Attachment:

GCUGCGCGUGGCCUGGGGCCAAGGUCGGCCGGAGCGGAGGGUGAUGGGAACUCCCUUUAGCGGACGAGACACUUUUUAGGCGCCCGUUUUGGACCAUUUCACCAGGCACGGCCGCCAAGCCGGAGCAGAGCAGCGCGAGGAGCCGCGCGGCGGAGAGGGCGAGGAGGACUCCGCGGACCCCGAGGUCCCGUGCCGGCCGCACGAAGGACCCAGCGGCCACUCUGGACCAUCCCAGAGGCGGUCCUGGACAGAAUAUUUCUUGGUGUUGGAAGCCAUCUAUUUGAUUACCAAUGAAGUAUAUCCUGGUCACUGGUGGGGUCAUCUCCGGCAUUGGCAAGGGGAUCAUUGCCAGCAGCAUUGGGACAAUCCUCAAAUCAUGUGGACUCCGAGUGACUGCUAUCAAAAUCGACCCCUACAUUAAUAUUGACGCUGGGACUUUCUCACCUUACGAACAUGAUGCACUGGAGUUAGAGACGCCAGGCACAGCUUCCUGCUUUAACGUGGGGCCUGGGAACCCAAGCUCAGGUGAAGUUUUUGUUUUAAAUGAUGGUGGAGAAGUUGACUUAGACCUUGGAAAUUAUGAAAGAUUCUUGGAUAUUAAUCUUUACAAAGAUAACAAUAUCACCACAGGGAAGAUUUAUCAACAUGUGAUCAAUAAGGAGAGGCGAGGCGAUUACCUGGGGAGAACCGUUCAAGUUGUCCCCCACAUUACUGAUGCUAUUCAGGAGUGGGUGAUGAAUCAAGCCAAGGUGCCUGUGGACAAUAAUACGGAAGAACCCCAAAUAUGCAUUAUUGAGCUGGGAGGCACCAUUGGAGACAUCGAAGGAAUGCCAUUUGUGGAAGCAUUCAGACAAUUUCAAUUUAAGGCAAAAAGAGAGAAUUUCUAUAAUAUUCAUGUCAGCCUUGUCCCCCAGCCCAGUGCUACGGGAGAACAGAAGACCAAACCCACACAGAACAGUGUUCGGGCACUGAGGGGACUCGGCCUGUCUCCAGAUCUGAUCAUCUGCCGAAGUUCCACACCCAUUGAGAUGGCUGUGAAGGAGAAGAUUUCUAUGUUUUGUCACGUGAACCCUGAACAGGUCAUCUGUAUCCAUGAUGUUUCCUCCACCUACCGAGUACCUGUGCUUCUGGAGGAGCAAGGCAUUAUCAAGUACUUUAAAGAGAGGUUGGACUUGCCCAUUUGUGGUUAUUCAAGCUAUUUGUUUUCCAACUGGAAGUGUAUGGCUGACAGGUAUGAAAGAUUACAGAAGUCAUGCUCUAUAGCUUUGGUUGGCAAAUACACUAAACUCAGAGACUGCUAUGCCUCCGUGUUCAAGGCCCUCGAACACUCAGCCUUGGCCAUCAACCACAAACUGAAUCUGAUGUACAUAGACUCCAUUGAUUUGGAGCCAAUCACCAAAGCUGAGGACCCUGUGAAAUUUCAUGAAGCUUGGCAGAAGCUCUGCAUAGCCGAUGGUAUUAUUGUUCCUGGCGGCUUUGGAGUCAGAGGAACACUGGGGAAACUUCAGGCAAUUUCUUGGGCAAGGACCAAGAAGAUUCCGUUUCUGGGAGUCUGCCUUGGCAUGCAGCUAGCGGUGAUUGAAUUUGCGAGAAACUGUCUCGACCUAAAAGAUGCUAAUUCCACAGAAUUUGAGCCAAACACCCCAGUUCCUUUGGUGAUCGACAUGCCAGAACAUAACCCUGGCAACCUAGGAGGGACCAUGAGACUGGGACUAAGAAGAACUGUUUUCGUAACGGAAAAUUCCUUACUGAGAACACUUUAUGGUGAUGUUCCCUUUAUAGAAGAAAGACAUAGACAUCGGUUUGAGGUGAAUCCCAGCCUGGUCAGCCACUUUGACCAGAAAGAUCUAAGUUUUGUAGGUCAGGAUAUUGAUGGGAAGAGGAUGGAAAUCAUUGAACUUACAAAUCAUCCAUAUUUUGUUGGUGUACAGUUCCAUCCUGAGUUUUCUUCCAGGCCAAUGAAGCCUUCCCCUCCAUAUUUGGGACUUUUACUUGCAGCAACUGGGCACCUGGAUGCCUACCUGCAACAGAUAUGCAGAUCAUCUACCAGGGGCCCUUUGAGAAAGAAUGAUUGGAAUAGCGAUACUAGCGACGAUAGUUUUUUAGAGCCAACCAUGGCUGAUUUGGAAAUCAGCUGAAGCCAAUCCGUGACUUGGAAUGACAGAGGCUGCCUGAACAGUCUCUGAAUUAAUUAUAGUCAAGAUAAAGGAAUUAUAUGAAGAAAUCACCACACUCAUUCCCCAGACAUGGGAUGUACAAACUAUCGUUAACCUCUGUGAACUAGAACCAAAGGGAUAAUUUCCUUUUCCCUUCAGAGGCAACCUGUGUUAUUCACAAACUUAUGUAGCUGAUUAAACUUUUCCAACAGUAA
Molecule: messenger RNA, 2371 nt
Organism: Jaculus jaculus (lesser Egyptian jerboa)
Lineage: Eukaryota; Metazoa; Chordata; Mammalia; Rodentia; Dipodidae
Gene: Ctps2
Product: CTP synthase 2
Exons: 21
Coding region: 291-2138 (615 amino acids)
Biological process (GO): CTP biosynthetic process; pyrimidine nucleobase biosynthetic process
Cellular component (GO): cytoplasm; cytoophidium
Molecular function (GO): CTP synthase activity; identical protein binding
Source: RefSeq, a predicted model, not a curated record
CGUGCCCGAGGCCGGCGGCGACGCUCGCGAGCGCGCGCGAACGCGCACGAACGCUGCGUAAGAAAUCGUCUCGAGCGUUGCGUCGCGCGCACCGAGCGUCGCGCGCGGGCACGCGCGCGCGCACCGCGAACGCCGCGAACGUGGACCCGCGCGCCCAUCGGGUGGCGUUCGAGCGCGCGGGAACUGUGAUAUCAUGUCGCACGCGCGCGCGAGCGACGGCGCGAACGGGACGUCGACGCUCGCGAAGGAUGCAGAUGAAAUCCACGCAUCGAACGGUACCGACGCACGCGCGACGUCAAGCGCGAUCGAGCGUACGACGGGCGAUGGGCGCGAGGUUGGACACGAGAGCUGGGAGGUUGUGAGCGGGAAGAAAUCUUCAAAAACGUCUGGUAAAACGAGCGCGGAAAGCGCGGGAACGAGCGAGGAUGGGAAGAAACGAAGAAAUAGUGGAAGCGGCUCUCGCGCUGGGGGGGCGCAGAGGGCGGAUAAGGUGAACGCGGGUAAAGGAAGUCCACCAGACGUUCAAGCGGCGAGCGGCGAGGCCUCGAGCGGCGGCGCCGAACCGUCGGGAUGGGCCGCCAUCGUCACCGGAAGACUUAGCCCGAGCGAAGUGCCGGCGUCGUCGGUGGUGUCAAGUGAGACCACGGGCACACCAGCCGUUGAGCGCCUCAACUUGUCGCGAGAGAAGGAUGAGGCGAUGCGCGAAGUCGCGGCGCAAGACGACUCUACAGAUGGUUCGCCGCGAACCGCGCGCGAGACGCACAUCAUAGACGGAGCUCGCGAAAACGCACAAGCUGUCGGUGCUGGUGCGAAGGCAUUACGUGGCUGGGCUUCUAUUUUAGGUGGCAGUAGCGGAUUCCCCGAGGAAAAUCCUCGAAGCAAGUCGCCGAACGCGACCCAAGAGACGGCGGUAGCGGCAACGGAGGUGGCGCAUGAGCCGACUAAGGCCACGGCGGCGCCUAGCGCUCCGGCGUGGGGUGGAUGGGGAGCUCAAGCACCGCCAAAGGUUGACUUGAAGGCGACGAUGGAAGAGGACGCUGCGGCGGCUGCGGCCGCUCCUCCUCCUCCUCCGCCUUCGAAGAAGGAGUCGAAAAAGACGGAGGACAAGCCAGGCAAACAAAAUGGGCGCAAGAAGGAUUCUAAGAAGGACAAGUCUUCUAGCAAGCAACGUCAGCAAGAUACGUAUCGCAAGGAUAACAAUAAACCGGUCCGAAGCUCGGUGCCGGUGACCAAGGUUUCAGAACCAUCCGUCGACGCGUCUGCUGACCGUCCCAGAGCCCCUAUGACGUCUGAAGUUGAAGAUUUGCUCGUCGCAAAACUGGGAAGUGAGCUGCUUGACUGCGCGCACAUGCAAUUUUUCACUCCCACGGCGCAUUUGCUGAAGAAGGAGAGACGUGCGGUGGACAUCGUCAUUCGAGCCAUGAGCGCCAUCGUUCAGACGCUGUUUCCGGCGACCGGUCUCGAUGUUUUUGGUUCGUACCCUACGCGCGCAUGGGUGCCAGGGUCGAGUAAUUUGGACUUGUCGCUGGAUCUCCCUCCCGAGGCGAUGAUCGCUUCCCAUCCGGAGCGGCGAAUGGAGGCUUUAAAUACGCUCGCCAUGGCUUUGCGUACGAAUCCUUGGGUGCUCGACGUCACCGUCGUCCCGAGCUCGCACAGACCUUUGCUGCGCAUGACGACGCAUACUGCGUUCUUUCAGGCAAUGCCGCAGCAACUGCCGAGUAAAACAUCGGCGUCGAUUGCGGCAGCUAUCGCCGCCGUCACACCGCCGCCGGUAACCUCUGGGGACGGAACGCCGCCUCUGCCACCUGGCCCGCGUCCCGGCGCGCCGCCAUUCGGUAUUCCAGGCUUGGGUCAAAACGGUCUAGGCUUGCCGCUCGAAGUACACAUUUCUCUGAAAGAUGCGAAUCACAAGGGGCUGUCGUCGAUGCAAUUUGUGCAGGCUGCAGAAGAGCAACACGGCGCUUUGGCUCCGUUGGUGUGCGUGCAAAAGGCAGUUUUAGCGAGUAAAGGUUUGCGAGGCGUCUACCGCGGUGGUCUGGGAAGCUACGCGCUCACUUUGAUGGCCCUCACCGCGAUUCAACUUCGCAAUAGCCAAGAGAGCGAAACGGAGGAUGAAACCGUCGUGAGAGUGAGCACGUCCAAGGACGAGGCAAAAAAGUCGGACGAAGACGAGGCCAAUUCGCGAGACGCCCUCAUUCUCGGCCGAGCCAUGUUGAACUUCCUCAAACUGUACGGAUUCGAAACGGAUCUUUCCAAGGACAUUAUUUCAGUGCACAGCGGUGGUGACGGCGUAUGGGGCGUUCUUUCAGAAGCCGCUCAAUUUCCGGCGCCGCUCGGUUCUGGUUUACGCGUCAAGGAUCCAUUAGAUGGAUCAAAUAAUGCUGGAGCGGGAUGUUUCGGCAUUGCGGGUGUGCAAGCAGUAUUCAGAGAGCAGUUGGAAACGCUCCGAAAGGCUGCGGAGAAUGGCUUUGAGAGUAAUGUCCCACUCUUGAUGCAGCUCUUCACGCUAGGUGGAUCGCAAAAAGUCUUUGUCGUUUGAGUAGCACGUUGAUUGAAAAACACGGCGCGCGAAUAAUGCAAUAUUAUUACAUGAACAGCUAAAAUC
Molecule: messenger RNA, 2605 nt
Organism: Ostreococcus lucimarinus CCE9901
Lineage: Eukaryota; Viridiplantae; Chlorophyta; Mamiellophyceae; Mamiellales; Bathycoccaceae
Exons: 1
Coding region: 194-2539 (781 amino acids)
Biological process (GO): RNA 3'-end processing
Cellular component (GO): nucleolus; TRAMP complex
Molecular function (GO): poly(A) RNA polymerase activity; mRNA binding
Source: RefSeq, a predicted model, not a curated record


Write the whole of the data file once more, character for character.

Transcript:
GCUGCGCGUGGCCUGGGGCCAAGGUCGGCCGGAGCGGAGGGUGAUGGGAACUCCCUUUAGCGGACGAGACACUUUUUAGGCGCCCGUUUUGGACCAUUUCACCAGGCACGGCCGCCAAGCCGGAGCAGAGCAGCGCGAGGAGCCGCGCGGCGGAGAGGGCGAGGAGGACUCCGCGGACCCCGAGGUCCCGUGCCGGCCGCACGAAGGACCCAGCGGCCACUCUGGACCAUCCCAGAGGCGGUCCUGGACAGAAUAUUUCUUGGUGUUGGAAGCCAUCUAUUUGAUUACCAAUGAAGUAUAUCCUGGUCACUGGUGGGGUCAUCUCCGGCAUUGGCAAGGGGAUCAUUGCCAGCAGCAUUGGGACAAUCCUCAAAUCAUGUGGACUCCGAGUGACUGCUAUCAAAAUCGACCCCUACAUUAAUAUUGACGCUGGGACUUUCUCACCUUACGAACAUGAUGCACUGGAGUUAGAGACGCCAGGCACAGCUUCCUGCUUUAACGUGGGGCCUGGGAACCCAAGCUCAGGUGAAGUUUUUGUUUUAAAUGAUGGUGGAGAAGUUGACUUAGACCUUGGAAAUUAUGAAAGAUUCUUGGAUAUUAAUCUUUACAAAGAUAACAAUAUCACCACAGGGAAGAUUUAUCAACAUGUGAUCAAUAAGGAGAGGCGAGGCGAUUACCUGGGGAGAACCGUUCAAGUUGUCCCCCACAUUACUGAUGCUAUUCAGGAGUGGGUGAUGAAUCAAGCCAAGGUGCCUGUGGACAAUAAUACGGAAGAACCCCAAAUAUGCAUUAUUGAGCUGGGAGGCACCAUUGGAGACAUCGAAGGAAUGCCAUUUGUGGAAGCAUUCAGACAAUUUCAAUUUAAGGCAAAAAGAGAGAAUUUCUAUAAUAUUCAUGUCAGCCUUGUCCCCCAGCCCAGUGCUACGGGAGAACAGAAGACCAAACCCACACAGAACAGUGUUCGGGCACUGAGGGGACUCGGCCUGUCUCCAGAUCUGAUCAUCUGCCGAAGUUCCACACCCAUUGAGAUGGCUGUGAAGGAGAAGAUUUCUAUGUUUUGUCACGUGAACCCUGAACAGGUCAUCUGUAUCCAUGAUGUUUCCUCCACCUACCGAGUACCUGUGCUUCUGGAGGAGCAAGGCAUUAUCAAGUACUUUAAAGAGAGGUUGGACUUGCCCAUUUGUGGUUAUUCAAGCUAUUUGUUUUCCAACUGGAAGUGUAUGGCUGACAGGUAUGAAAGAUUACAGAAGUCAUGCUCUAUAGCUUUGGUUGGCAAAUACACUAAACUCAGAGACUGCUAUGCCUCCGUGUUCAAGGCCCUCGAACACUCAGCCUUGGCCAUCAACCACAAACUGAAUCUGAUGUACAUAGACUCCAUUGAUUUGGAGCCAAUCACCAAAGCUGAGGACCCUGUGAAAUUUCAUGAAGCUUGGCAGAAGCUCUGCAUAGCCGAUGGUAUUAUUGUUCCUGGCGGCUUUGGAGUCAGAGGAACACUGGGGAAACUUCAGGCAAUUUCUUGGGCAAGGACCAAGAAGAUUCCGUUUCUGGGAGUCUGCCUUGGCAUGCAGCUAGCGGUGAUUGAAUUUGCGAGAAACUGUCUCGACCUAAAAGAUGCUAAUUCCACAGAAUUUGAGCCAAACACCCCAGUUCCUUUGGUGAUCGACAUGCCAGAACAUAACCCUGGCAACCUAGGAGGGACCAUGAGACUGGGACUAAGAAGAACUGUUUUCGUAACGGAAAAUUCCUUACUGAGAACACUUUAUGGUGAUGUUCCCUUUAUAGAAGAAAGACAUAGACAUCGGUUUGAGGUGAAUCCCAGCCUGGUCAGCCACUUUGACCAGAAAGAUCUAAGUUUUGUAGGUCAGGAUAUUGAUGGGAAGAGGAUGGAAAUCAUUGAACUUACAAAUCAUCCAUAUUUUGUUGGUGUACAGUUCCAUCCUGAGUUUUCUUCCAGGCCAAUGAAGCCUUCCCCUCCAUAUUUGGGACUUUUACUUGCAGCAACUGGGCACCUGGAUGCCUACCUGCAACAGAUAUGCAGAUCAUCUACCAGGGGCCCUUUGAGAAAGAAUGAUUGGAAUAGCGAUACUAGCGACGAUAGUUUUUUAGAGCCAACCAUGGCUGAUUUGGAAAUCAGCUGAAGCCAAUCCGUGACUUGGAAUGACAGAGGCUGCCUGAACAGUCUCUGAAUUAAUUAUAGUCAAGAUAAAGGAAUUAUAUGAAGAAAUCACCACACUCAUUCCCCAGACAUGGGAUGUACAAACUAUCGUUAACCUCUGUGAACUAGAACCAAAGGGAUAAUUUCCUUUUCCCUUCAGAGGCAACCUGUGUUAUUCACAAACUUAUGUAGCUGAUUAAACUUUUCCAACAGUAA
Molecule: messenger RNA, 2371 nt
Organism: Jaculus jaculus (lesser Egyptian jerboa)
Lineage: Eukaryota; Metazoa; Chordata; Mammalia; Rodentia; Dipodidae
Gene: Ctps2
Product: CTP synthase 2
Exons: 21
Coding region: 291-2138 (615 amino acids)
Biological process (GO): CTP biosynthetic process; pyrimidine nucleobase biosynthetic process
Cellular component (GO): cytoplasm; cytoophidium
Molecular function (GO): CTP synthase activity; identical protein binding
Source: RefSeq, a predicted model, not a curated record
CGUGCCCGAGGCCGGCGGCGACGCUCGCGAGCGCGCGCGAACGCGCACGAACGCUGCGUAAGAAAUCGUCUCGAGCGUUGCGUCGCGCGCACCGAGCGUCGCGCGCGGGCACGCGCGCGCGCACCGCGAACGCCGCGAACGUGGACCCGCGCGCCCAUCGGGUGGCGUUCGAGCGCGCGGGAACUGUGAUAUCAUGUCGCACGCGCGCGCGAGCGACGGCGCGAACGGGACGUCGACGCUCGCGAAGGAUGCAGAUGAAAUCCACGCAUCGAACGGUACCGACGCACGCGCGACGUCAAGCGCGAUCGAGCGUACGACGGGCGAUGGGCGCGAGGUUGGACACGAGAGCUGGGAGGUUGUGAGCGGGAAGAAAUCUUCAAAAACGUCUGGUAAAACGAGCGCGGAAAGCGCGGGAACGAGCGAGGAUGGGAAGAAACGAAGAAAUAGUGGAAGCGGCUCUCGCGCUGGGGGGGCGCAGAGGGCGGAUAAGGUGAACGCGGGUAAAGGAAGUCCACCAGACGUUCAAGCGGCGAGCGGCGAGGCCUCGAGCGGCGGCGCCGAACCGUCGGGAUGGGCCGCCAUCGUCACCGGAAGACUUAGCCCGAGCGAAGUGCCGGCGUCGUCGGUGGUGUCAAGUGAGACCACGGGCACACCAGCCGUUGAGCGCCUCAACUUGUCGCGAGAGAAGGAUGAGGCGAUGCGCGAAGUCGCGGCGCAAGACGACUCUACAGAUGGUUCGCCGCGAACCGCGCGCGAGACGCACAUCAUAGACGGAGCUCGCGAAAACGCACAAGCUGUCGGUGCUGGUGCGAAGGCAUUACGUGGCUGGGCUUCUAUUUUAGGUGGCAGUAGCGGAUUCCCCGAGGAAAAUCCUCGAAGCAAGUCGCCGAACGCGACCCAAGAGACGGCGGUAGCGGCAACGGAGGUGGCGCAUGAGCCGACUAAGGCCACGGCGGCGCCUAGCGCUCCGGCGUGGGGUGGAUGGGGAGCUCAAGCACCGCCAAAGGUUGACUUGAAGGCGACGAUGGAAGAGGACGCUGCGGCGGCUGCGGCCGCUCCUCCUCCUCCUCCGCCUUCGAAGAAGGAGUCGAAAAAGACGGAGGACAAGCCAGGCAAACAAAAUGGGCGCAAGAAGGAUUCUAAGAAGGACAAGUCUUCUAGCAAGCAACGUCAGCAAGAUACGUAUCGCAAGGAUAACAAUAAACCGGUCCGAAGCUCGGUGCCGGUGACCAAGGUUUCAGAACCAUCCGUCGACGCGUCUGCUGACCGUCCCAGAGCCCCUAUGACGUCUGAAGUUGAAGAUUUGCUCGUCGCAAAACUGGGAAGUGAGCUGCUUGACUGCGCGCACAUGCAAUUUUUCACUCCCACGGCGCAUUUGCUGAAGAAGGAGAGACGUGCGGUGGACAUCGUCAUUCGAGCCAUGAGCGCCAUCGUUCAGACGCUGUUUCCGGCGACCGGUCUCGAUGUUUUUGGUUCGUACCCUACGCGCGCAUGGGUGCCAGGGUCGAGUAAUUUGGACUUGUCGCUGGAUCUCCCUCCCGAGGCGAUGAUCGCUUCCCAUCCGGAGCGGCGAAUGGAGGCUUUAAAUACGCUCGCCAUGGCUUUGCGUACGAAUCCUUGGGUGCUCGACGUCACCGUCGUCCCGAGCUCGCACAGACCUUUGCUGCGCAUGACGACGCAUACUGCGUUCUUUCAGGCAAUGCCGCAGCAACUGCCGAGUAAAACAUCGGCGUCGAUUGCGGCAGCUAUCGCCGCCGUCACACCGCCGCCGGUAACCUCUGGGGACGGAACGCCGCCUCUGCCACCUGGCCCGCGUCCCGGCGCGCCGCCAUUCGGUAUUCCAGGCUUGGGUCAAAACGGUCUAGGCUUGCCGCUCGAAGUACACAUUUCUCUGAAAGAUGCGAAUCACAAGGGGCUGUCGUCGAUGCAAUUUGUGCAGGCUGCAGAAGAGCAACACGGCGCUUUGGCUCCGUUGGUGUGCGUGCAAAAGGCAGUUUUAGCGAGUAAAGGUUUGCGAGGCGUCUACCGCGGUGGUCUGGGAAGCUACGCGCUCACUUUGAUGGCCCUCACCGCGAUUCAACUUCGCAAUAGCCAAGAGAGCGAAACGGAGGAUGAAACCGUCGUGAGAGUGAGCACGUCCAAGGACGAGGCAAAAAAGUCGGACGAAGACGAGGCCAAUUCGCGAGACGCCCUCAUUCUCGGCCGAGCCAUGUUGAACUUCCUCAAACUGUACGGAUUCGAAACGGAUCUUUCCAAGGACAUUAUUUCAGUGCACAGCGGUGGUGACGGCGUAUGGGGCGUUCUUUCAGAAGCCGCUCAAUUUCCGGCGCCGCUCGGUUCUGGUUUACGCGUCAAGGAUCCAUUAGAUGGAUCAAAUAAUGCUGGAGCGGGAUGUUUCGGCAUUGCGGGUGUGCAAGCAGUAUUCAGAGAGCAGUUGGAAACGCUCCGAAAGGCUGCGGAGAAUGGCUUUGAGAGUAAUGUCCCACUCUUGAUGCAGCUCUUCACGCUAGGUGGAUCGCAAAAAGUCUUUGUCGUUUGAGUAGCACGUUGAUUGAAAAACACGGCGCGCGAAUAAUGCAAUAUUAUUACAUGAACAGCUAAAAUC
Molecule: messenger RNA, 2605 nt
Organism: Ostreococcus lucimarinus CCE9901
Lineage: Eukaryota; Viridiplantae; Chlorophyta; Mamiellophyceae; Mamiellales; Bathycoccaceae
Exons: 1
Coding region: 194-2539 (781 amino acids)
Biological process (GO): RNA 3'-end processing
Cellular component (GO): nucleolus; TRAMP complex
Molecular function (GO): poly(A) RNA polymerase activity; mRNA binding
Source: RefSeq, a predicted model, not a curated record